Tuesday, January 29, 2013


This tableau will eventually yield the handout for my talk tomorrow.

Clockwise from bottom left: Handout draft, manuscript photos, chamomile tea, flawed edition.

Sunday, January 27, 2013

Hebrew Incunabula at the Rosenbach Museum

This afternoon, I had an introduction to the Hebrew incunabula collection at the Rosenbach Museum here in Philadelphia. The museum is the historic home and (parts of the) book collection of the Rosenbach brothers, one of whom was an important book dealer and collector. The regular tour of the home, which I took the last time I visited Philadelphia, in 2009, is the most charming, literary historic home tour I've ever been on — and something I'd highly recommend. 

The building has a small exhibition of Samuel Yellin ironwork in the lobby; and the museum is the depository of Maurice Sendak's work, so all in all, it's a great place for representations of monsters and other gruesome characters. 

The hands-on tour was part of a series that is definitely for non-specialists, and I think I did a reasonable job of not being a pain in the patoot. Except about this book:

It is a Lisbon Bible — not the famous manuscript Lisbon Bible, but one of a class of printed Hebrew Bibles also referred to as Lisbon Bibles (kind of like Paris Bibles refer to a type of Bible, if that helps situate you at all); they were among the first books printed in the city of Lisbon and are considered to be one of the most skillful examples of early Hebrew printing.

This particular exemplar is particularly of interest to me because it appears to have traveled roughly along the same route out of the Iberian Peninsula as some late medieval/early modern books I'm working on currently and for we're missing about 200 years of ownership information. I'm definitely going to go back and sit with their registrar's file, at least to have some kind of comparandum in terms of the history of the books.

The type of binding is known as a box binding, which is more or less just what it sounds like. 


The woman leading the tour brought out a copy of the Bay Colony Psalter and asked one of the people to read from it to illustrate the way that the Puritans translated in a linear style (that is, word for word, without regard to the syntax in the target language, just like my medieval  translators did). I wish I had volunteered more quickly — he's actually holding one of the very few remaining Bay Colony Psalters in existence, and one of only three in the original sixteenth-century binding. (NYPL has one, too, though I don't know about the binding.)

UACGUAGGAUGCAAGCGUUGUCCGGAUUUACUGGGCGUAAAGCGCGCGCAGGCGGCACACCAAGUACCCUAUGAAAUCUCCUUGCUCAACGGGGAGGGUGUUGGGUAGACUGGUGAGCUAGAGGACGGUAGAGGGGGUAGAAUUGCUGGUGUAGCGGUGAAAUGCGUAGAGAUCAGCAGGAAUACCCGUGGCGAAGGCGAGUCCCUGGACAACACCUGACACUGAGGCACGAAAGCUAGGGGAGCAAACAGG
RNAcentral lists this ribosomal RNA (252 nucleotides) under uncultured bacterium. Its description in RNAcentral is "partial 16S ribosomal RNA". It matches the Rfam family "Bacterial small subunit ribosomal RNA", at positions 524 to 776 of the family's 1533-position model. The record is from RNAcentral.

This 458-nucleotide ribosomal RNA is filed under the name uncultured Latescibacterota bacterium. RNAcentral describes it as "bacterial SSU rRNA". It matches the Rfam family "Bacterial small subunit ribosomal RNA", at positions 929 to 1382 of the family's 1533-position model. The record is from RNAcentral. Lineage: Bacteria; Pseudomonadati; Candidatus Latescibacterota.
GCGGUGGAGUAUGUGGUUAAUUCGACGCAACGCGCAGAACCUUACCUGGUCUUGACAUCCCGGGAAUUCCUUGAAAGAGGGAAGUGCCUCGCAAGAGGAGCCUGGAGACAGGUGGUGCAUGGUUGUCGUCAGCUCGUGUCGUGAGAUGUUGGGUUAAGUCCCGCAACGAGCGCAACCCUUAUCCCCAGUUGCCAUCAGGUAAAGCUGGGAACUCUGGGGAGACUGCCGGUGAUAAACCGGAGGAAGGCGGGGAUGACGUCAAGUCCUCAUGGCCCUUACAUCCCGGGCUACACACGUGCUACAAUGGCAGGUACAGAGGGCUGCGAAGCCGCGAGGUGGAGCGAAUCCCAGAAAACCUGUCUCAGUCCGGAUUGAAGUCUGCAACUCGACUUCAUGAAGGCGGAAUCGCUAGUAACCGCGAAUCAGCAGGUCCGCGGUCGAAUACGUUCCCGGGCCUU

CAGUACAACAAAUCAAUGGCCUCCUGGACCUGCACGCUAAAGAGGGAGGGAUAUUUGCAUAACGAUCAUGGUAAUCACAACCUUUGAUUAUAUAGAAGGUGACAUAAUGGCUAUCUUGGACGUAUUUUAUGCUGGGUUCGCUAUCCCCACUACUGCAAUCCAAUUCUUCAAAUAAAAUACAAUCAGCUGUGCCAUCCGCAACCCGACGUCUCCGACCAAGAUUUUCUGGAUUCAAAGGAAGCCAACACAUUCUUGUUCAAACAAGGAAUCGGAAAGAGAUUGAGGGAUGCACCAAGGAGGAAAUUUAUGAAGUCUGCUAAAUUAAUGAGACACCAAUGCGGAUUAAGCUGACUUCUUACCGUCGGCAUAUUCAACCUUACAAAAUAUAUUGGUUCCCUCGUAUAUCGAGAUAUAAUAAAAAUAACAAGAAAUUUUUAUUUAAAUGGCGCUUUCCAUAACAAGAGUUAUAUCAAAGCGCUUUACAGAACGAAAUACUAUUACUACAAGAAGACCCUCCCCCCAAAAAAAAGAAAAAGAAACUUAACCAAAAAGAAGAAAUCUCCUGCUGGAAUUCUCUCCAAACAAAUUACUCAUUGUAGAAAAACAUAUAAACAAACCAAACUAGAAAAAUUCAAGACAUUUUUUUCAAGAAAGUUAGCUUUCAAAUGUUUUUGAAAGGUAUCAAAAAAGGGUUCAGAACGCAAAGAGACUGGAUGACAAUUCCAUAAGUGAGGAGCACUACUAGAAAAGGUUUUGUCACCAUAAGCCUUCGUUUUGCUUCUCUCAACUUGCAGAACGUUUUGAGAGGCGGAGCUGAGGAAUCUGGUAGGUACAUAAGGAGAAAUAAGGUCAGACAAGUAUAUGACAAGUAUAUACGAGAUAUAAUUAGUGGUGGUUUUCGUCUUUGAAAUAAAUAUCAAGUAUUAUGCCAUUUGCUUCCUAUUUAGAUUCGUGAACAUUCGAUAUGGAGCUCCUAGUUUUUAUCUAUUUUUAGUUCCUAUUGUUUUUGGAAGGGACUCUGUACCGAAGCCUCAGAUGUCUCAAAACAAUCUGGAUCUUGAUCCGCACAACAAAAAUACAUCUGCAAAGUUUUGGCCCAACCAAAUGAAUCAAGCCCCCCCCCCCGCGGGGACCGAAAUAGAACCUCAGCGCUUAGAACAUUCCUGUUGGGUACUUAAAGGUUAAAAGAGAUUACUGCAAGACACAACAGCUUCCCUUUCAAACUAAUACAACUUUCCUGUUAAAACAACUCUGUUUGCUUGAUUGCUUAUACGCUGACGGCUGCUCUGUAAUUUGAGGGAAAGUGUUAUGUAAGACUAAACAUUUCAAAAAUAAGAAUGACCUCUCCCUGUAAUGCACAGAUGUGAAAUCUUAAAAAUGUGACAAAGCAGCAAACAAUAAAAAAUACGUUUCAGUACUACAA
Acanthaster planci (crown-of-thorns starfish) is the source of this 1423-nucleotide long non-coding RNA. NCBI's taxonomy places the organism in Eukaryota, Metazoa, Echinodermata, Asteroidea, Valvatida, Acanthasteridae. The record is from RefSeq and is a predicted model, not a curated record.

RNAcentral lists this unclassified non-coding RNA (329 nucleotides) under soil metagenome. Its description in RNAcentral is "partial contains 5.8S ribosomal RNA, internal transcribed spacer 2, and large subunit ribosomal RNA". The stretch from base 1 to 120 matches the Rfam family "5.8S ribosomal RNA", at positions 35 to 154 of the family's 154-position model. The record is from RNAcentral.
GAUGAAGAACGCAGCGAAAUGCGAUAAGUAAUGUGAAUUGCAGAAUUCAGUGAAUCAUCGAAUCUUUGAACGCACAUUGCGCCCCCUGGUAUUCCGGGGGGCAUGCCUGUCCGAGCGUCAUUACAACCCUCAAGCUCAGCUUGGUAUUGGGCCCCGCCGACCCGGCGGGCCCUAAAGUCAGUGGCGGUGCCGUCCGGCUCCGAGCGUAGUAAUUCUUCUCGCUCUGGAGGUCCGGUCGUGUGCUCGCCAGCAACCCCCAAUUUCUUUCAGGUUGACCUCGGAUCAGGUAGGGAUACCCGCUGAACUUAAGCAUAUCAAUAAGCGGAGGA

And this is the first printed image of a matzah:

I'm a little disappointed that I have to write my book this year because I'm definitely not making use of the really amazing local collections; but since I know about them now, and since Philly and NYC are not that far apart, I can definitely think about using them as a really organic foundation for the next big project.

Saturday, January 19, 2013

Second Annual Delurking Day

I'm a little late in celebrating Delurking Day this year, but I didn't want to let it slide entirely. Site stats tell me that there are loads (well, not loads, but some) more people reading than commenting. So, if you're one of them, consider this your invitation to join in the (various) conversation(s) here. I'm really curious about who you all are! I've seen some blogs post a question for delurking day to give people something to delurk about. I'll do the same, going with an old but evergreen standby: Any good book recommendations?

Tuesday, January 15, 2013

Rejection and Scholarly Identity

I know this is going to sound like I'm being a total drama queen, but I got a journal article rejection today that is making me question my identity as a scholar.

There's more to it than the simple rejection, of course.

This is a piece that started out its life as a second-year-of-grad-school seminar paper, one which was returned to me with the somewhat embarrassing mark of A+ and a comment from the professor that it was publishable as it was. Great, I figured. So I held onto it and submitted it to a journal as soon as I was done with my dissertation. Originally, I got a decision of revise-and-resubmit. So I revised, making many but not all of the changes that had been suggested. On that basis, I figured there was a decent chance that it would be accepted but that there was also a very real chance that it wouldn't be; and the gamble didn't pay off.

One option would be to send it to another journal and see what their reviewers have to say. The problem is, I think that there is some merit to some of the comments I got back on the second set of reviews. So I'm not sure it would be acceptable anywhere as it is now, and even if it were, I'm not sure I'd want it to appear in exactly the form it now takes.

The obvious solution is to put my butt back in the chair, make the changes and send it somewhere else. And this is where the scholarly identity crisis starts to creep in. The thing is that I don't want to. It's not that I don't want to do research or writing — in fact, I'm working on another article that I'm so excited about that I have to limit the amount of time I spend on it each day because I have two talks coming up in the next month that I've not finished writing. I finally feel like the book manuscript is coming into focus. And I'm really excited to go back to Oxford and the Bodleian at some point very soon.

It's not my identity as a scholar that's the issue; rather it's my identity as the type of scholar I want to be. In this article that was rejected, I was suggesting that the anonymous author of the Libro de Alexandre, a really major part of the traditional Spanish canon, was probably familiar with some of the stories in the Qur'ān. I conceded that the work was speculative, but there was probably still more I could have done with the texts to make my point. That is, there's more that I could do.